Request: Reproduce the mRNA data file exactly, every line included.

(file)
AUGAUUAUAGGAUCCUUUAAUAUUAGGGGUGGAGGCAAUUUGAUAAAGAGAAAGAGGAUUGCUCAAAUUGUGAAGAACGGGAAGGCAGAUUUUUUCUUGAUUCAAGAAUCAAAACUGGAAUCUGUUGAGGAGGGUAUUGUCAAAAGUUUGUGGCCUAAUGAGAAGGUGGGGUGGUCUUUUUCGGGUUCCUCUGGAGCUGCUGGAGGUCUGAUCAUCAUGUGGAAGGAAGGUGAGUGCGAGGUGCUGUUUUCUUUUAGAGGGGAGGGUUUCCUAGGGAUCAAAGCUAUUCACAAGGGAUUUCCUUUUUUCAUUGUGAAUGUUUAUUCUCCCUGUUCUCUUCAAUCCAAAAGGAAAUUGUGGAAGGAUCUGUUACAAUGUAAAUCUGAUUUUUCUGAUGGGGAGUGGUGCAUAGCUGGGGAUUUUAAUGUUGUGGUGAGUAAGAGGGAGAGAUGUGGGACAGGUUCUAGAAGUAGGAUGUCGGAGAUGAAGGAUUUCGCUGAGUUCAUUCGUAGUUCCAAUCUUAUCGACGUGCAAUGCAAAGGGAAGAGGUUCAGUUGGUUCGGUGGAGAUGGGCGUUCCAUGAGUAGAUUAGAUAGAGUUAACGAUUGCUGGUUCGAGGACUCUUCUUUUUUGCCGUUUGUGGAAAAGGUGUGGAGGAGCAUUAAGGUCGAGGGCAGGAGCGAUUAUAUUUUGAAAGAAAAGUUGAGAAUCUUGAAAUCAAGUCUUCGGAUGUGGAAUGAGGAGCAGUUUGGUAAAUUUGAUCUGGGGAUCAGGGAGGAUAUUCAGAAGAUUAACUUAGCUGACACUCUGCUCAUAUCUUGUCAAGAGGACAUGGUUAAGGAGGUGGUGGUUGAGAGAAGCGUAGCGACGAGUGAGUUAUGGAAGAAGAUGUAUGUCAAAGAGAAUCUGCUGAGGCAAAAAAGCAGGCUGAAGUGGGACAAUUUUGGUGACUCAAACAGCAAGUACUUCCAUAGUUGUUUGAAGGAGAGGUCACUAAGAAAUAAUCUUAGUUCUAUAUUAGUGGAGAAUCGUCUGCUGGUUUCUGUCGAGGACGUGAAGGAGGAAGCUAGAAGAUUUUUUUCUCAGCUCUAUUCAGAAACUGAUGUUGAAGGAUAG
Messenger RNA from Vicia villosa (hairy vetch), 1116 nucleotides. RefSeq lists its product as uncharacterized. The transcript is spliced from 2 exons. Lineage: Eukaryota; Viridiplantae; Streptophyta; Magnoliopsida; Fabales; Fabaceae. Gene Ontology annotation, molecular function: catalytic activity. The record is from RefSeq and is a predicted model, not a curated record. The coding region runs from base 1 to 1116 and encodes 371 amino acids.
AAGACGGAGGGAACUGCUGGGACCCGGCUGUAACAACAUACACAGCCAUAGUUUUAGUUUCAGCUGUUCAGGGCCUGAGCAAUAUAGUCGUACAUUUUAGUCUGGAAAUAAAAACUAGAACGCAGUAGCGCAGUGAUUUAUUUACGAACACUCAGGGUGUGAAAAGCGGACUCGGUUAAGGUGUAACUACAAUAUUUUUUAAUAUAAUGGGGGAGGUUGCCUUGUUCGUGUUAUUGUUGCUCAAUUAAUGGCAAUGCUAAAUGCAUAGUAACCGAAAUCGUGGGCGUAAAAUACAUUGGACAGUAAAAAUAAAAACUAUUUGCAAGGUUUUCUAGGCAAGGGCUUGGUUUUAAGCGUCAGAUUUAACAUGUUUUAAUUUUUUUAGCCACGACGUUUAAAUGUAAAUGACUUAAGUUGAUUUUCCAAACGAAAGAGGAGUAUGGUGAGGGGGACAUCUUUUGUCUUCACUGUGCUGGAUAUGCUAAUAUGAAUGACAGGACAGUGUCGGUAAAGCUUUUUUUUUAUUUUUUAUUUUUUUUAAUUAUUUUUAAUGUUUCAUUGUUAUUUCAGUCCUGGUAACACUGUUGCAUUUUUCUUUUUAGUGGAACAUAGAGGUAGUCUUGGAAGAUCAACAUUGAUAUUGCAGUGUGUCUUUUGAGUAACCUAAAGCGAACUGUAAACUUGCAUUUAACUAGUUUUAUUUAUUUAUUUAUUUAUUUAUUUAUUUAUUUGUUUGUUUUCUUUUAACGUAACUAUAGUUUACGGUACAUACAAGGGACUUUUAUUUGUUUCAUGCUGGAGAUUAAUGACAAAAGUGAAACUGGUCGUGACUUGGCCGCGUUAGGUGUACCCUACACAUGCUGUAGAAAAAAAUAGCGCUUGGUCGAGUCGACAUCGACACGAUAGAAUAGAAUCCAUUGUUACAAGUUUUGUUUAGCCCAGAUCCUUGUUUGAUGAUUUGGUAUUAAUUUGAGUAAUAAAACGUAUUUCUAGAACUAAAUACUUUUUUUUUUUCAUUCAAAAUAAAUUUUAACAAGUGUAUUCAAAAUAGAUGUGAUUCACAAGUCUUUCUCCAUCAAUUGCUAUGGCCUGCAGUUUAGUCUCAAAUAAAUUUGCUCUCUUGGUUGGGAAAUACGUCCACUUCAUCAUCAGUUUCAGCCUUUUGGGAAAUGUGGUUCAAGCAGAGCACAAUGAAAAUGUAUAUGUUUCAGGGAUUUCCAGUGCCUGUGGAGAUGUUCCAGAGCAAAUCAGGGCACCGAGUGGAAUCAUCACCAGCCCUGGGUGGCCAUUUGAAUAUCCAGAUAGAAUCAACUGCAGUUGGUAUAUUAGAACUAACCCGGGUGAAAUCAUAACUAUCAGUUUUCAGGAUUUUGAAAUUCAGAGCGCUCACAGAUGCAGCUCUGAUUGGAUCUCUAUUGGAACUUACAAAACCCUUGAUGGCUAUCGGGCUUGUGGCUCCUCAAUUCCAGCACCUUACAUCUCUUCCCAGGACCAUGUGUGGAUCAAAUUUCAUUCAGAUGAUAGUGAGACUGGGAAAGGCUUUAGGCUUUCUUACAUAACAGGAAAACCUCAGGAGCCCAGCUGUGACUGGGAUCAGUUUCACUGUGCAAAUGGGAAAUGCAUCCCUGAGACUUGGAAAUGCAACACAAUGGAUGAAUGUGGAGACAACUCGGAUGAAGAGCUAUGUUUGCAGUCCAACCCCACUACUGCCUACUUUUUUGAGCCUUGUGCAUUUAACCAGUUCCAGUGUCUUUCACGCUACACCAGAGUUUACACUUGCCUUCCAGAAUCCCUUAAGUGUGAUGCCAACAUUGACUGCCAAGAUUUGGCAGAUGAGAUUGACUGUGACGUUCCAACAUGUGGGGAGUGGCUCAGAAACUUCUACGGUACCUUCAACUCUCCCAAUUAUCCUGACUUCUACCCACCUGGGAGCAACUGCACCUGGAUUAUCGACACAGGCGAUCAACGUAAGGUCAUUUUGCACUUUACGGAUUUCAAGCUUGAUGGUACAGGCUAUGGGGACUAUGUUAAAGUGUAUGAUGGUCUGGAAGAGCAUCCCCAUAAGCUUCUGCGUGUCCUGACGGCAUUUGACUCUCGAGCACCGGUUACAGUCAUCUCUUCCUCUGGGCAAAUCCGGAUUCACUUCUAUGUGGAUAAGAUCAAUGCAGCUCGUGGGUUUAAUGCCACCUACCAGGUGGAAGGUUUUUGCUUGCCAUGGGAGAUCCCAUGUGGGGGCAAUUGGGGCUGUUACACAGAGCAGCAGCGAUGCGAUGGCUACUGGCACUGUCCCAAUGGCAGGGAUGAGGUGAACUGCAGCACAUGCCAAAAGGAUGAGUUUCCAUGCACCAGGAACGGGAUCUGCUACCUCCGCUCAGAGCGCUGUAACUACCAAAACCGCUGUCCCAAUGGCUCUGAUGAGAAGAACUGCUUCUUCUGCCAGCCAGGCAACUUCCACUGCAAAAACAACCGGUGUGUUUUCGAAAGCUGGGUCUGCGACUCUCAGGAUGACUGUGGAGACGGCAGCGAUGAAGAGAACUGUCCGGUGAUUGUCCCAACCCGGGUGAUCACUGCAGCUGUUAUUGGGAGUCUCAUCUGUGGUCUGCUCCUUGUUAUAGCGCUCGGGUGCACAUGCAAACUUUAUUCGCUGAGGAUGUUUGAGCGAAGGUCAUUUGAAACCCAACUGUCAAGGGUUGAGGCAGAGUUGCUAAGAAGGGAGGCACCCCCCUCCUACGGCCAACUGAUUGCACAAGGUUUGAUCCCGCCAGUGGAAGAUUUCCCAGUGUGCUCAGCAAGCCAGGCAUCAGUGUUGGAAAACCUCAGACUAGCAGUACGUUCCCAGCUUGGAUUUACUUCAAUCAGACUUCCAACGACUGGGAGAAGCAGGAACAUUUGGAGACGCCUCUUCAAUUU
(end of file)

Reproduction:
AUGAUUAUAGGAUCCUUUAAUAUUAGGGGUGGAGGCAAUUUGAUAAAGAGAAAGAGGAUUGCUCAAAUUGUGAAGAACGGGAAGGCAGAUUUUUUCUUGAUUCAAGAAUCAAAACUGGAAUCUGUUGAGGAGGGUAUUGUCAAAAGUUUGUGGCCUAAUGAGAAGGUGGGGUGGUCUUUUUCGGGUUCCUCUGGAGCUGCUGGAGGUCUGAUCAUCAUGUGGAAGGAAGGUGAGUGCGAGGUGCUGUUUUCUUUUAGAGGGGAGGGUUUCCUAGGGAUCAAAGCUAUUCACAAGGGAUUUCCUUUUUUCAUUGUGAAUGUUUAUUCUCCCUGUUCUCUUCAAUCCAAAAGGAAAUUGUGGAAGGAUCUGUUACAAUGUAAAUCUGAUUUUUCUGAUGGGGAGUGGUGCAUAGCUGGGGAUUUUAAUGUUGUGGUGAGUAAGAGGGAGAGAUGUGGGACAGGUUCUAGAAGUAGGAUGUCGGAGAUGAAGGAUUUCGCUGAGUUCAUUCGUAGUUCCAAUCUUAUCGACGUGCAAUGCAAAGGGAAGAGGUUCAGUUGGUUCGGUGGAGAUGGGCGUUCCAUGAGUAGAUUAGAUAGAGUUAACGAUUGCUGGUUCGAGGACUCUUCUUUUUUGCCGUUUGUGGAAAAGGUGUGGAGGAGCAUUAAGGUCGAGGGCAGGAGCGAUUAUAUUUUGAAAGAAAAGUUGAGAAUCUUGAAAUCAAGUCUUCGGAUGUGGAAUGAGGAGCAGUUUGGUAAAUUUGAUCUGGGGAUCAGGGAGGAUAUUCAGAAGAUUAACUUAGCUGACACUCUGCUCAUAUCUUGUCAAGAGGACAUGGUUAAGGAGGUGGUGGUUGAGAGAAGCGUAGCGACGAGUGAGUUAUGGAAGAAGAUGUAUGUCAAAGAGAAUCUGCUGAGGCAAAAAAGCAGGCUGAAGUGGGACAAUUUUGGUGACUCAAACAGCAAGUACUUCCAUAGUUGUUUGAAGGAGAGGUCACUAAGAAAUAAUCUUAGUUCUAUAUUAGUGGAGAAUCGUCUGCUGGUUUCUGUCGAGGACGUGAAGGAGGAAGCUAGAAGAUUUUUUUCUCAGCUCUAUUCAGAAACUGAUGUUGAAGGAUAG
Messenger RNA from Vicia villosa (hairy vetch), 1116 nucleotides. RefSeq lists its product as uncharacterized. The transcript is spliced from 2 exons. Lineage: Eukaryota; Viridiplantae; Streptophyta; Magnoliopsida; Fabales; Fabaceae. Gene Ontology annotation, molecular function: catalytic activity. The record is from RefSeq and is a predicted model, not a curated record. The coding region runs from base 1 to 1116 and encodes 371 amino acids.
AAGACGGAGGGAACUGCUGGGACCCGGCUGUAACAACAUACACAGCCAUAGUUUUAGUUUCAGCUGUUCAGGGCCUGAGCAAUAUAGUCGUACAUUUUAGUCUGGAAAUAAAAACUAGAACGCAGUAGCGCAGUGAUUUAUUUACGAACACUCAGGGUGUGAAAAGCGGACUCGGUUAAGGUGUAACUACAAUAUUUUUUAAUAUAAUGGGGGAGGUUGCCUUGUUCGUGUUAUUGUUGCUCAAUUAAUGGCAAUGCUAAAUGCAUAGUAACCGAAAUCGUGGGCGUAAAAUACAUUGGACAGUAAAAAUAAAAACUAUUUGCAAGGUUUUCUAGGCAAGGGCUUGGUUUUAAGCGUCAGAUUUAACAUGUUUUAAUUUUUUUAGCCACGACGUUUAAAUGUAAAUGACUUAAGUUGAUUUUCCAAACGAAAGAGGAGUAUGGUGAGGGGGACAUCUUUUGUCUUCACUGUGCUGGAUAUGCUAAUAUGAAUGACAGGACAGUGUCGGUAAAGCUUUUUUUUUAUUUUUUAUUUUUUUUAAUUAUUUUUAAUGUUUCAUUGUUAUUUCAGUCCUGGUAACACUGUUGCAUUUUUCUUUUUAGUGGAACAUAGAGGUAGUCUUGGAAGAUCAACAUUGAUAUUGCAGUGUGUCUUUUGAGUAACCUAAAGCGAACUGUAAACUUGCAUUUAACUAGUUUUAUUUAUUUAUUUAUUUAUUUAUUUAUUUAUUUGUUUGUUUUCUUUUAACGUAACUAUAGUUUACGGUACAUACAAGGGACUUUUAUUUGUUUCAUGCUGGAGAUUAAUGACAAAAGUGAAACUGGUCGUGACUUGGCCGCGUUAGGUGUACCCUACACAUGCUGUAGAAAAAAAUAGCGCUUGGUCGAGUCGACAUCGACACGAUAGAAUAGAAUCCAUUGUUACAAGUUUUGUUUAGCCCAGAUCCUUGUUUGAUGAUUUGGUAUUAAUUUGAGUAAUAAAACGUAUUUCUAGAACUAAAUACUUUUUUUUUUUCAUUCAAAAUAAAUUUUAACAAGUGUAUUCAAAAUAGAUGUGAUUCACAAGUCUUUCUCCAUCAAUUGCUAUGGCCUGCAGUUUAGUCUCAAAUAAAUUUGCUCUCUUGGUUGGGAAAUACGUCCACUUCAUCAUCAGUUUCAGCCUUUUGGGAAAUGUGGUUCAAGCAGAGCACAAUGAAAAUGUAUAUGUUUCAGGGAUUUCCAGUGCCUGUGGAGAUGUUCCAGAGCAAAUCAGGGCACCGAGUGGAAUCAUCACCAGCCCUGGGUGGCCAUUUGAAUAUCCAGAUAGAAUCAACUGCAGUUGGUAUAUUAGAACUAACCCGGGUGAAAUCAUAACUAUCAGUUUUCAGGAUUUUGAAAUUCAGAGCGCUCACAGAUGCAGCUCUGAUUGGAUCUCUAUUGGAACUUACAAAACCCUUGAUGGCUAUCGGGCUUGUGGCUCCUCAAUUCCAGCACCUUACAUCUCUUCCCAGGACCAUGUGUGGAUCAAAUUUCAUUCAGAUGAUAGUGAGACUGGGAAAGGCUUUAGGCUUUCUUACAUAACAGGAAAACCUCAGGAGCCCAGCUGUGACUGGGAUCAGUUUCACUGUGCAAAUGGGAAAUGCAUCCCUGAGACUUGGAAAUGCAACACAAUGGAUGAAUGUGGAGACAACUCGGAUGAAGAGCUAUGUUUGCAGUCCAACCCCACUACUGCCUACUUUUUUGAGCCUUGUGCAUUUAACCAGUUCCAGUGUCUUUCACGCUACACCAGAGUUUACACUUGCCUUCCAGAAUCCCUUAAGUGUGAUGCCAACAUUGACUGCCAAGAUUUGGCAGAUGAGAUUGACUGUGACGUUCCAACAUGUGGGGAGUGGCUCAGAAACUUCUACGGUACCUUCAACUCUCCCAAUUAUCCUGACUUCUACCCACCUGGGAGCAACUGCACCUGGAUUAUCGACACAGGCGAUCAACGUAAGGUCAUUUUGCACUUUACGGAUUUCAAGCUUGAUGGUACAGGCUAUGGGGACUAUGUUAAAGUGUAUGAUGGUCUGGAAGAGCAUCCCCAUAAGCUUCUGCGUGUCCUGACGGCAUUUGACUCUCGAGCACCGGUUACAGUCAUCUCUUCCUCUGGGCAAAUCCGGAUUCACUUCUAUGUGGAUAAGAUCAAUGCAGCUCGUGGGUUUAAUGCCACCUACCAGGUGGAAGGUUUUUGCUUGCCAUGGGAGAUCCCAUGUGGGGGCAAUUGGGGCUGUUACACAGAGCAGCAGCGAUGCGAUGGCUACUGGCACUGUCCCAAUGGCAGGGAUGAGGUGAACUGCAGCACAUGCCAAAAGGAUGAGUUUCCAUGCACCAGGAACGGGAUCUGCUACCUCCGCUCAGAGCGCUGUAACUACCAAAACCGCUGUCCCAAUGGCUCUGAUGAGAAGAACUGCUUCUUCUGCCAGCCAGGCAACUUCCACUGCAAAAACAACCGGUGUGUUUUCGAAAGCUGGGUCUGCGACUCUCAGGAUGACUGUGGAGACGGCAGCGAUGAAGAGAACUGUCCGGUGAUUGUCCCAACCCGGGUGAUCACUGCAGCUGUUAUUGGGAGUCUCAUCUGUGGUCUGCUCCUUGUUAUAGCGCUCGGGUGCACAUGCAAACUUUAUUCGCUGAGGAUGUUUGAGCGAAGGUCAUUUGAAACCCAACUGUCAAGGGUUGAGGCAGAGUUGCUAAGAAGGGAGGCACCCCCCUCCUACGGCCAACUGAUUGCACAAGGUUUGAUCCCGCCAGUGGAAGAUUUCCCAGUGUGCUCAGCAAGCCAGGCAUCAGUGUUGGAAAACCUCAGACUAGCAGUACGUUCCCAGCUUGGAUUUACUUCAAUCAGACUUCCAACGACUGGGAGAAGCAGGAACAUUUGGAGACGCCUCUUCAAUUU